I’m moderating an online webinar on the new Slow Food book, Ark of Taste, with authors David S. Shields and Giselle Kennedy Lord. For information and registration click here. It’s at 4:00 p.m. EST.
The dilemma of pink slime: cost or culture?
I devoted this month’s (first Sunday) Food Matters column in the San Francisco Chronicle to the current hot-button issue, pink slime.
Q: I keep hearing about pink slime being fed to school kids. How could anyone even think about putting something so disgusting in school lunches?
A: Pink slime is the pejorative term for “lean finely textured beef,” a product designed to recover useful bits from carcass trimmings. These are warmed, centrifuged to remove the fat, treated with ammonium hydroxide gas to kill pathogens and compressed into blocks that are frozen for later use.
The final product is pink; therefore, it’s meat – or so says the meat industry. And from a strictly nutritional standpoint, it is. But from any other standpoint, LFTB creates a dilemma.
For one thing, it solves an enormous problem for meat producers. Only about half the weight of the 34 million cattle slaughtered each year is considered fit for human consumption. The rest has to be burned, buried in landfills or sold cheaply for fertilizer or pet food.
LFTB recovers 10 to 12 pounds of edible lean beef from every animal and is said to save another 1.5 million animals from slaughter.
This is the same argument Mal Nesheim and I used in our book, “Feed Your Pet Right.” If American pets were not fed byproducts of human food production, they would need the equivalent of food for 42 million people.
Our readers did not buy this argument. They do not want their pets eating byproducts. They believe their pets deserve food of higher quality. Don’t kids?
Here’s the dilemma. LFTB solves a serious food safety problem. The meat trimmings that go into cheap hamburger are said to often be heavily contaminated with bacteria, some of them dangerous. The ammonia processing makes LFTB safe.
Since LFTB’s introduction, safety officials say they rarely find toxic E. coli in school hamburger.
LFTB’s leading manufacturer, Beef Products Inc., has just announced suspension of LFTB production at three of its four plants. This alarms some food safety advocates. They worry that if public pressure causes LFTB to be eliminated, bacteria-laden beef trimmings will go back into hamburger, just as they used to, and the meat will be much less safe.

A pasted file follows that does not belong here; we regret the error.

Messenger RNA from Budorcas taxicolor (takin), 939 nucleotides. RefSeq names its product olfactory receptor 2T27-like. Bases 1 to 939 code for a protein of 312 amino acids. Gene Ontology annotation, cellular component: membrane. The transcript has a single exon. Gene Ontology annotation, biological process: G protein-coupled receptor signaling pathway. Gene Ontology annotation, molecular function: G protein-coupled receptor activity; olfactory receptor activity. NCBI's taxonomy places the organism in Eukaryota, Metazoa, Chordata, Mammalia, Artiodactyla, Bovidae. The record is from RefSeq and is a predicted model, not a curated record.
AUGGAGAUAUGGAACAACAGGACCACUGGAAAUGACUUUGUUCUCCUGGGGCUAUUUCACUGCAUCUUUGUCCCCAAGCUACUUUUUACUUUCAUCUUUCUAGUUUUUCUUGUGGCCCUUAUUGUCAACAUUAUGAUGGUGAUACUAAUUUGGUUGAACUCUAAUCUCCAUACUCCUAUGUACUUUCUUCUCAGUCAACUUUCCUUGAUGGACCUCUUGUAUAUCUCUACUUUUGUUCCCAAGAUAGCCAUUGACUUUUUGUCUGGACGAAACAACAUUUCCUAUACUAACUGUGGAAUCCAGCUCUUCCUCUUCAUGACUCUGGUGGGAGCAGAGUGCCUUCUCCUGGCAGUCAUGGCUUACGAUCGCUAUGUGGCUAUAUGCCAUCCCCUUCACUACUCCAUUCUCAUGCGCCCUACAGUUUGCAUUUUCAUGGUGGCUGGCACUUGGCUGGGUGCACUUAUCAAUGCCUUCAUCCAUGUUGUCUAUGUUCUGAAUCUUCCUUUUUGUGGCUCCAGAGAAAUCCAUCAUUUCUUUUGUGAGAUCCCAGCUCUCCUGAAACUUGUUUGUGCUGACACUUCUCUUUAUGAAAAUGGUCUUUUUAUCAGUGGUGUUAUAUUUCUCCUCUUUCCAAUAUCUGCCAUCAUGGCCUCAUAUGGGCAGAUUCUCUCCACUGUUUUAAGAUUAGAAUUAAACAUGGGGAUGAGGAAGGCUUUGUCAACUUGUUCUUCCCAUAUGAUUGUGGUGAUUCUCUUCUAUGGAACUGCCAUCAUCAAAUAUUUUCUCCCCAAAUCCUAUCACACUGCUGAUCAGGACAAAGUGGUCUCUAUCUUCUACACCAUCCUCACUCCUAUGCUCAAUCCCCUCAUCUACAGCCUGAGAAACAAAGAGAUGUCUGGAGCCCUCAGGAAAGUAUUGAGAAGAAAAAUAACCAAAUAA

Under public pressure, some fast food chains, grocery retailers and school districts say they will no longer mix LFTB with hamburger. Walmart will offer customers a choice, and so will the U.S. Department of Agriculture.
Members of Congress have written the USDA, asking, “If fast food chains won’t serve pink slime, why should school cafeterias?”
Calling LFTB “pink slime” presents a massive public relations problem. Human culture determines what is socially acceptable to eat. Most of us don’t eat the parts of animals our culture considers inedible.
LFTB is not really slimy and it is reasonably safe and nutritious. But it violates cultural norms.
Chef Jamie Oliver proved this with schoolchildren. In one episode of his “Food Revolution,” he made the chicken version of pink slime (white slime?) from bird parts the kids found disgusting. When he formed the slurry into patties, the kids ate them anyway. They forgot about the patties’ origins.
But we are acculturated adults. Once we know how chicken nuggets are made, we might want to think twice before eating them. Now we know hamburger is mixed with LFTB. Do we still want to eat it?
Letter to USDA
School food advocate Bettina Siegel collected 230,000 signatures on a letter to the USDA to ban LFTB. She wrote, “It is simply wrong to feed our children connective tissues and beef scraps that were, in the past, destined for use in pet food and rendering, and were not considered fit for human consumption.” The USDA buys loads of LFTB for school hamburger because it is cheap. Districts that choose higher-quality meat will have to pay more for meat. Can they afford to?
Of course they can, says my go-to guru for all matters concerning school meals, Kate Adamick. Her new book “Lunch Money: Serving Healthy School Food in a Sick Economy” (cookforamerica.com/lunch-money) shows how schools can buy new equipment and better-quality food by creating strong breakfast programs and cooking meals from scratch.
This means that the acceptability of LFTB in supermarket hamburger or school meals boils down to a cultural choice. Even if LFTB is safe, nutritious and tastes like hamburger, it may not be culturally acceptable.
Do we want LFTB in our food? Or do we and our children deserve better? Serving healthy and delicious food is a way to show respect for our culture, food, children and schools, and to invest in the future of our nation.
Perhaps the best solution to the pink slime dilemma is simply to label LFTB as an ingredient. This would give individuals and schools the opportunity to decide for themselves whether culture or cost is the more important value in food choice.
An even better idea: Let’s produce safe meat in the first place.